4
$\begingroup$

This is me, having too much free time and deciding to learn how the electrical system of the Space Shuttle worked. So, because I couldn't find any "easy to read" diagram online, I built a high-level diagram of the electrical buses by using the SCOM as a reference:

Electrical Diagram

Full size available here.

So, let's recap what we see in the diagram:

  • 5 possible sources: 3 fuel cells, 1 Ground Support Equipment, 1 power from ISS
  • 23 DC buses: 3 main buses, 9 control buses, 3 essential buses, 6 payload+cabin buses, 2 pre-flight buses
  • 2 DC buses for the 120V payload (OBSS and the ISS payload)
  • 3 AC inverters
  • 5 AC buses (3 output of the inverter + 2 AC payload buses)

Most DC buses have a triple-redundant source (for instance ESS 3AB can be powered by fuel cell 3, main bus A, and main bus B).

As a comparison:

  • An Airbus A380 has only 4 DC buses
  • A Boeing 747 has only 8 DC buses (including 2 APU buses)

What surprises me in the space shuttle is the extreme high number of DC buses. Why nine (9!) triple-redundant control buses? Why 6 different payload buses?

Obviously, one may think "well the Shuttle was complex". Sure it was, but even an A380 or a 747 is very complex and still a safety-critical machine. Moreover, the higher the buses the higher the number of components such as relays, switches, etc., and the higher the design and maintenance costs, increased complexity, weight, ...

It's very difficult to imagine why 9 different control buses, all triple redundant, are needed. Why not just 3? Do NASA engineer supposed more than 2 simultaneous failures? I don't think so (fuel cells and AC buses are just 3 each and still critical...).

Probably there is not a "simple answer", as they have been multiple design choices. But maybe someone have some insights on why more than 20 DC buses rather than 4-5 of other safety-critical aerospace systems (such as aircraft).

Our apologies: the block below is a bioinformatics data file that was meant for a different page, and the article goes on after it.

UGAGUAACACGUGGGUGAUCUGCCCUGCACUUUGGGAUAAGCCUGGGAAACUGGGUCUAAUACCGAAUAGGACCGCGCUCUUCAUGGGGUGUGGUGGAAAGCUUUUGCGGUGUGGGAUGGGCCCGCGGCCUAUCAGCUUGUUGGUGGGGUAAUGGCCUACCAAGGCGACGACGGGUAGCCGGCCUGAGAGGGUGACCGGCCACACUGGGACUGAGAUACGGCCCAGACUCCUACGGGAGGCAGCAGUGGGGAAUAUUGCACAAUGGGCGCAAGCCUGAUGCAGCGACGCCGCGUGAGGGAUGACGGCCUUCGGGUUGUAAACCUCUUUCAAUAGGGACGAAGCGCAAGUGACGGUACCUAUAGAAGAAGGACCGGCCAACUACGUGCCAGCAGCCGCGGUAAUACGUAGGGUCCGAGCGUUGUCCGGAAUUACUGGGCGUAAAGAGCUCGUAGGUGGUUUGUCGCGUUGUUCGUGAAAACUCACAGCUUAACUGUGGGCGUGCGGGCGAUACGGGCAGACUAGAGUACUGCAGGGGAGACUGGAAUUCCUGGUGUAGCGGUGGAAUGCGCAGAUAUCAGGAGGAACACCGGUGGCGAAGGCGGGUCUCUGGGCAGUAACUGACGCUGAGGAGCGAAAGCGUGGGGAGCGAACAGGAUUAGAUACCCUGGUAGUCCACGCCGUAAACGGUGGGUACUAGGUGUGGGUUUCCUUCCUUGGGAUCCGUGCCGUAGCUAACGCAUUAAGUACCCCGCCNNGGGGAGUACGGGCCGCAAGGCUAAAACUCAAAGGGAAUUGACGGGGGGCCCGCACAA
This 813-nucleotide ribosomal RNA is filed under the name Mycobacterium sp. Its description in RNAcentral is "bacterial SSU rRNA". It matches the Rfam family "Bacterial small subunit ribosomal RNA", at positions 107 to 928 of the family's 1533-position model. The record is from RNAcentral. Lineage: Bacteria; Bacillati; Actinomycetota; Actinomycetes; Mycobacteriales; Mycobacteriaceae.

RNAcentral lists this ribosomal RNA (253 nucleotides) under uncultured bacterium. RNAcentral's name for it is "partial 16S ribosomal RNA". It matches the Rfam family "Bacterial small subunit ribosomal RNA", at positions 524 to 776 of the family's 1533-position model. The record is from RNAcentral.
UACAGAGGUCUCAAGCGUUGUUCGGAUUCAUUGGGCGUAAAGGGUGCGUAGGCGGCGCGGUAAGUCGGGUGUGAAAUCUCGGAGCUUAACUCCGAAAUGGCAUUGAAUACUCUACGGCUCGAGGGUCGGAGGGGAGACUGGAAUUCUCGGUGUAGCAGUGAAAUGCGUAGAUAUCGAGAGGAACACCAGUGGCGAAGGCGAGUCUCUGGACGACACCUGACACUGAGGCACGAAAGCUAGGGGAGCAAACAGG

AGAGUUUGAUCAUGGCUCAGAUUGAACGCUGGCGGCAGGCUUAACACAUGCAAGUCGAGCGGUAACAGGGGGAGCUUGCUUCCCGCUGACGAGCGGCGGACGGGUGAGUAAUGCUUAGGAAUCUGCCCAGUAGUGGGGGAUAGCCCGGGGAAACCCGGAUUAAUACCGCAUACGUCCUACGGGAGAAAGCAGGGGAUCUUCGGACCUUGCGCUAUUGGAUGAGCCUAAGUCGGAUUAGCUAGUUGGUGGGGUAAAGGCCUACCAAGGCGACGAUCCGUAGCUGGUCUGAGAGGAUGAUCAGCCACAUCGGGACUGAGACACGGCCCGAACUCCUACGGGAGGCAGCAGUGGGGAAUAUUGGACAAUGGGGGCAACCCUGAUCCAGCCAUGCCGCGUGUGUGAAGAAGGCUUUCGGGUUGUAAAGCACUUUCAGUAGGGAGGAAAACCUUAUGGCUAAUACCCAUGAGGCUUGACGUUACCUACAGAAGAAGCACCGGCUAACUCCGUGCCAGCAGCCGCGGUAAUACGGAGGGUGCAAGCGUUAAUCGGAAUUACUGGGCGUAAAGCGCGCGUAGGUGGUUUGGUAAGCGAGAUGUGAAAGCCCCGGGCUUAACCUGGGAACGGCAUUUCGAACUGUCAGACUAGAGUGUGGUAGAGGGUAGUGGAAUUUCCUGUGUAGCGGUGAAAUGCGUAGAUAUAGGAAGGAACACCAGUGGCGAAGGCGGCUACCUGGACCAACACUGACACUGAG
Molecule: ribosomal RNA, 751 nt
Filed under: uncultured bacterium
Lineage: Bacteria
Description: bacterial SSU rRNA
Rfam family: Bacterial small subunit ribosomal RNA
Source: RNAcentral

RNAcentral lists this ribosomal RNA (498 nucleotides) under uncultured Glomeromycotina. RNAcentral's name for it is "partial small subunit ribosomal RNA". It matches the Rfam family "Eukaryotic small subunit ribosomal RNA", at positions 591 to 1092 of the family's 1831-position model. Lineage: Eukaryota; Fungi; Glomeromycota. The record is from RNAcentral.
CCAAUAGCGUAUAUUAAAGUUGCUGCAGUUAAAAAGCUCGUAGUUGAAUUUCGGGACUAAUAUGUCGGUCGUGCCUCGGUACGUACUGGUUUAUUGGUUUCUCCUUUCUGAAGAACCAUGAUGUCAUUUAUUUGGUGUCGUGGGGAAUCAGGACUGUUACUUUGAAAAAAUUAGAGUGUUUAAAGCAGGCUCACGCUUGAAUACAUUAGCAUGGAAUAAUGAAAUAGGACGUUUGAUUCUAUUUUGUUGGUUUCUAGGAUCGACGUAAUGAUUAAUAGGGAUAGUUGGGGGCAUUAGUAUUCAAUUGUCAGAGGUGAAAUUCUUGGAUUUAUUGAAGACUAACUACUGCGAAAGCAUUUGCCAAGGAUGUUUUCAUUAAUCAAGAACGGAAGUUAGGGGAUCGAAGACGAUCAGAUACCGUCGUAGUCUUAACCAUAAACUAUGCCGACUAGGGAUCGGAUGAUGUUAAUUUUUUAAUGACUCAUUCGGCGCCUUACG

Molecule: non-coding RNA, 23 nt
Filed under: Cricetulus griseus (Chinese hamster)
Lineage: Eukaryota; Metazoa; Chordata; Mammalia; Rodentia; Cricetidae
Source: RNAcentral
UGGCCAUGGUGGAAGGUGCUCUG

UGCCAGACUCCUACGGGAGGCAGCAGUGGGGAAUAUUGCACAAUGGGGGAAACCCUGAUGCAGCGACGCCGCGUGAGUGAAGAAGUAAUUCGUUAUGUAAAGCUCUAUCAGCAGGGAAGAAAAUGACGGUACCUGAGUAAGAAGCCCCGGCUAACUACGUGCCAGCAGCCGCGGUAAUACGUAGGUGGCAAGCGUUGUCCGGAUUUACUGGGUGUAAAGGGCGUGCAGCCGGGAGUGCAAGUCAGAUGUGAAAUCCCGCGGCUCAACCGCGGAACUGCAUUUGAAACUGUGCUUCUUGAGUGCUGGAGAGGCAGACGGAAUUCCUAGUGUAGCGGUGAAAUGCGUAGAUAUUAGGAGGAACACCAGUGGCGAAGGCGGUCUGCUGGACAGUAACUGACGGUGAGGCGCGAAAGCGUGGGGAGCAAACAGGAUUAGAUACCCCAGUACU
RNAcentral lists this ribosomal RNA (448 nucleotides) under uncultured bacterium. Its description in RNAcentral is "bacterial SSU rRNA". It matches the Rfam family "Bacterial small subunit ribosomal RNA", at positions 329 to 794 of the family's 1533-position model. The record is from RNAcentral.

$\endgroup$
4
  • 1
    $\begingroup$ "why" questions about the orbiter can be very hard to answer. Often the answer is found in complicated studies of fault tolerance. Control buses supplied switch power to controls. If one shorted, losing 1/3 of the cabin switch functionality would probably be unacceptable. This is likely why there were 9. $\endgroup$ Jan 29 at 1:27
  • 1
    $\begingroup$ Un sourced speculation: With so many critical systems they wanted to minimise the things that needed to be isolated in event of failure, and history had shown them to always assume multiple failures. $\endgroup$ Jan 29 at 1:39
  • 1
    $\begingroup$ Here's a overall/simplified schematic (excluding the essential buses) that you might find useful i.imgur.com/j9Qjjyh.png The true answer as to why it was so complicated is that it made the sims more fun! :) I'm glad you are interested in the orbiter electrical system and hope you will be asking more operational type questions in the future. $\endgroup$ Jan 29 at 2:00
  • $\begingroup$ apparently it is so complicated because the ISS must support both DC and AC vacuum cleaners $\endgroup$
    – uhoh
    Jan 29 at 2:24

1 Answer 1

3
$\begingroup$

The Shuttle was designed to remain completely benign if one failure happened in a critical system, and tolerant of two separate failures. One failure meant the mission could go on as planned. Two failures might result in loss of mission (the Shuttle had to return early) but the humans aboard the Shuttle would safely be returned to Earth.